- A-Z Animals
The pink fairy armadillo is the tiniest of all armadillo species found throughout the world, first described in 1825 by Richard Harlan. At 13 cm, it can fit in the palm of an average human hand. These armadillos are adapted to live in the desert, endemic to a small region in Argentina.
These creatures are rarely observed out in the open because of their underground lifestyle. This has led to information about them being scarce.
Size: Length: 3.5–4.5 in (90–115 mm) Weight: 4.2 oz (120 g)
Body and Coloration: Their eyes are small, and they have silky yellowish white fur. The pink bony shell is attached to its body by a thin dorsal membrane. Also, its tail can be seen protruding from a vertical plate at the posterior end of its shell.
It is generally found in central Argentina, primarily the provinces of Buenos Aires, La Pampa, Mendoza, San Luis, and San Juan.
They prefer scrubby grasslands and live in loose sandy dunes. Also, dry grasslands and sandy plains abounding in cactus or thorny bushes, sometimes serve as suitable habitation for them.
Insectivorous by nature, their diet primarily consists of ants and larvae but includes snails and worms as well. They have been known to eat plants if they cannot find insects to consume.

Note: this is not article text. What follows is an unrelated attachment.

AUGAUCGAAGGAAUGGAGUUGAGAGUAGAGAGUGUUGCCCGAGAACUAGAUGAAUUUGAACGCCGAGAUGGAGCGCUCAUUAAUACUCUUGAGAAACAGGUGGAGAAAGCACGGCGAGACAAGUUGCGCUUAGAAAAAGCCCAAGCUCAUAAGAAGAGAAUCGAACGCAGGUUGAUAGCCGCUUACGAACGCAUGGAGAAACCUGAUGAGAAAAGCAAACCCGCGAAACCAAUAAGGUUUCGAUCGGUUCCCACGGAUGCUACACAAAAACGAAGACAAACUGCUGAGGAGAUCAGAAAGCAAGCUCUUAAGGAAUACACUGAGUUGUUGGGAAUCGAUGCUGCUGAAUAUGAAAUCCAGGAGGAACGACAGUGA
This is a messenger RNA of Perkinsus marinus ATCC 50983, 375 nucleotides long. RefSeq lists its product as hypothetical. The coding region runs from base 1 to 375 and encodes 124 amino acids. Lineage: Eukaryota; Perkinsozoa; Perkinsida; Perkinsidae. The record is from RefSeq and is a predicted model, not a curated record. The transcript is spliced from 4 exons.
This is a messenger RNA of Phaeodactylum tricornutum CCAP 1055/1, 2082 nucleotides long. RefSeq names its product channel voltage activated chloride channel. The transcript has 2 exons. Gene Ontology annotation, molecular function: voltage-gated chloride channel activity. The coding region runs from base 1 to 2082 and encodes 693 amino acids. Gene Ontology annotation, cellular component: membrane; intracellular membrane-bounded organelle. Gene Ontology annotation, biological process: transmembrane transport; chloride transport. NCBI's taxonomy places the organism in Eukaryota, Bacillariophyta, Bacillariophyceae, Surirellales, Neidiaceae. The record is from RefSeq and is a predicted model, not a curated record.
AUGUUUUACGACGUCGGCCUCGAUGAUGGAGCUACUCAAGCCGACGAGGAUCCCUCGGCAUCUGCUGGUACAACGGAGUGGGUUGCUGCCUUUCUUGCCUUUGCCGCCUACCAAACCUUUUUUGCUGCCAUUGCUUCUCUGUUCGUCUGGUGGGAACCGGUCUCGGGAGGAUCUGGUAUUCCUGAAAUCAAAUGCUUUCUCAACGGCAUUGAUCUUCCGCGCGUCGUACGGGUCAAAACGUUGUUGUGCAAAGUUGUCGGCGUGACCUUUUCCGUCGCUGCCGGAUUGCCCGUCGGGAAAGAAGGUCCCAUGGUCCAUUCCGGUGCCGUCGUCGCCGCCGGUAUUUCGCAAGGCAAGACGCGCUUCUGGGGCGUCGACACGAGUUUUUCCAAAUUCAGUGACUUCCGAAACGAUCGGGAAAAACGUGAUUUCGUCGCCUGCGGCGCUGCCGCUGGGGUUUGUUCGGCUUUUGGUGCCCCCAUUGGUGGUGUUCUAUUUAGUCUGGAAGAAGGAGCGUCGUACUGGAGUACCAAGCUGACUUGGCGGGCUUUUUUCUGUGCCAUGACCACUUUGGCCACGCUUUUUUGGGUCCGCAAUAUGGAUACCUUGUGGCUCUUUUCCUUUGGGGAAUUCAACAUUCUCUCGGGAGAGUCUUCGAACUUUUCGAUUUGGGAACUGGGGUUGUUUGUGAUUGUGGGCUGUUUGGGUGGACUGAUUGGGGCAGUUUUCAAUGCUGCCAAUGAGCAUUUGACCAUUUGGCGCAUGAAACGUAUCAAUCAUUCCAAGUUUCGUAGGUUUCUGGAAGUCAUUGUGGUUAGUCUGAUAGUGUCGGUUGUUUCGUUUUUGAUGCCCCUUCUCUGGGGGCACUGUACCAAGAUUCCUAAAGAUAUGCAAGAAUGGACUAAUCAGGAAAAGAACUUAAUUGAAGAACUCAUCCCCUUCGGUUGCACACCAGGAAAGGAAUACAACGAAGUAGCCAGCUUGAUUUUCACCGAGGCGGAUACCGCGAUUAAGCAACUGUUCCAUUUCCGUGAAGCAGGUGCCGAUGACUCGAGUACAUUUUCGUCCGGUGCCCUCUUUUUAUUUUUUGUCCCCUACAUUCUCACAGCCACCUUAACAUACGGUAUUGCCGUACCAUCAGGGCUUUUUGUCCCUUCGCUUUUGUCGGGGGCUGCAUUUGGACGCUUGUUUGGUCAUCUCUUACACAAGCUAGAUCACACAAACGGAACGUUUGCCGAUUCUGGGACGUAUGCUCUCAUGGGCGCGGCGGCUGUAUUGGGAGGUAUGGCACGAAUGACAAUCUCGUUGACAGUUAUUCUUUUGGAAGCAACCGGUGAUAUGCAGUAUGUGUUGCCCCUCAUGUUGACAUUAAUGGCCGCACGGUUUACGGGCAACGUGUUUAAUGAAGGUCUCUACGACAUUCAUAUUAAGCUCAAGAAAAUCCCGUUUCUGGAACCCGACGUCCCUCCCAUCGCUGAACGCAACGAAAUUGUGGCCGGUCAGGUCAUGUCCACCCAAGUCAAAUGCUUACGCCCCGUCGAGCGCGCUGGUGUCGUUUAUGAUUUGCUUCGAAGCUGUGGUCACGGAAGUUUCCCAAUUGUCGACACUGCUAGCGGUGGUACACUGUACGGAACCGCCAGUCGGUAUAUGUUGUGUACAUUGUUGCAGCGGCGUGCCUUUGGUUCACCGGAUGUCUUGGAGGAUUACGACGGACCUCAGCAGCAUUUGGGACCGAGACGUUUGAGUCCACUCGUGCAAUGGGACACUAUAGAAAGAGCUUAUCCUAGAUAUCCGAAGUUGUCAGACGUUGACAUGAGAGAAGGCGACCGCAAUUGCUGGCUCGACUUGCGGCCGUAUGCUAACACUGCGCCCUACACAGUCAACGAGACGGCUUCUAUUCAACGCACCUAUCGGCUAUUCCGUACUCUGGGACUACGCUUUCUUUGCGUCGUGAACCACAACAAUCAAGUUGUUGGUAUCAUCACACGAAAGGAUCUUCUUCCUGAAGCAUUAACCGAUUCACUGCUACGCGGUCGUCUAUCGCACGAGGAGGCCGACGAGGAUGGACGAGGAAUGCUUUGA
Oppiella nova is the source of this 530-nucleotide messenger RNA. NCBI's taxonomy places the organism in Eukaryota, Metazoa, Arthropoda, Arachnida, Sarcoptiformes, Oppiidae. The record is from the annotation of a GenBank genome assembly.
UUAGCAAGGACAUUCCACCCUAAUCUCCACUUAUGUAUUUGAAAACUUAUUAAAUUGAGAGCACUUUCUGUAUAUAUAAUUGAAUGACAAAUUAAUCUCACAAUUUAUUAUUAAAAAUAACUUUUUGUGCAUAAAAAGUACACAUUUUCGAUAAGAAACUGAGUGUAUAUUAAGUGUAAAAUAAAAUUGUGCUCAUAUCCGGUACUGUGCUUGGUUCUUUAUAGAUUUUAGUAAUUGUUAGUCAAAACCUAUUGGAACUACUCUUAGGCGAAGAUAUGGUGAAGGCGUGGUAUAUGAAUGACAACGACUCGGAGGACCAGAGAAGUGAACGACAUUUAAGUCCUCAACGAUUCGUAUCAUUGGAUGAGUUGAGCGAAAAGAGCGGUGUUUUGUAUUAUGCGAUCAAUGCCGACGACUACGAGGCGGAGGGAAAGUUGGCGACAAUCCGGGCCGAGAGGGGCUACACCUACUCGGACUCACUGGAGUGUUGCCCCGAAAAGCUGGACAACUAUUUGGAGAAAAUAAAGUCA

It is unclear if they drink water, but based on observed captive specimens, the general assumption is that they get their water needs from their food.
While the pink fairy armadillo’s lifespan has not been recorded in the wild, one of them lived in captivity for 4 years.
While they have no specific natural threats, this species is at risk from domestic animals like cats and dogs. They are also sometimes victims of wild boar attacks.
During the mating period, males keep an eye on a potential mate and will then approach her. He will touch the female’s dorsal region, causing the latter to wag her tail perhaps as an appreciation gesture. The male eventually proceeds further by sniffing while maintaining a close distance from his partner.
Very little information is known so far about the life cycle of this species. In general, females give birth to a young after a single breeding period. The juvenile’s shell is soft at birth. It will harden completely on reaching adulthood.
The IUCN lists the pink fairy armadillo as “Critically Endangered” or “CR” at present. In 2006, it made its way to the IUCN Red List’s NT or Near Threatened Category. In 2008 its status shifted to DD or Data Deficient.
They face several threats, including the risk of drowning during heavy storms, climate change leading to colder temperatures in its habitats, overuse of pesticides underground, and over-hunting for consumption.
It has been difficult to conserve due to its greatly shortened lifespan in captivity, which may even prevent it from being transferred in certain situations.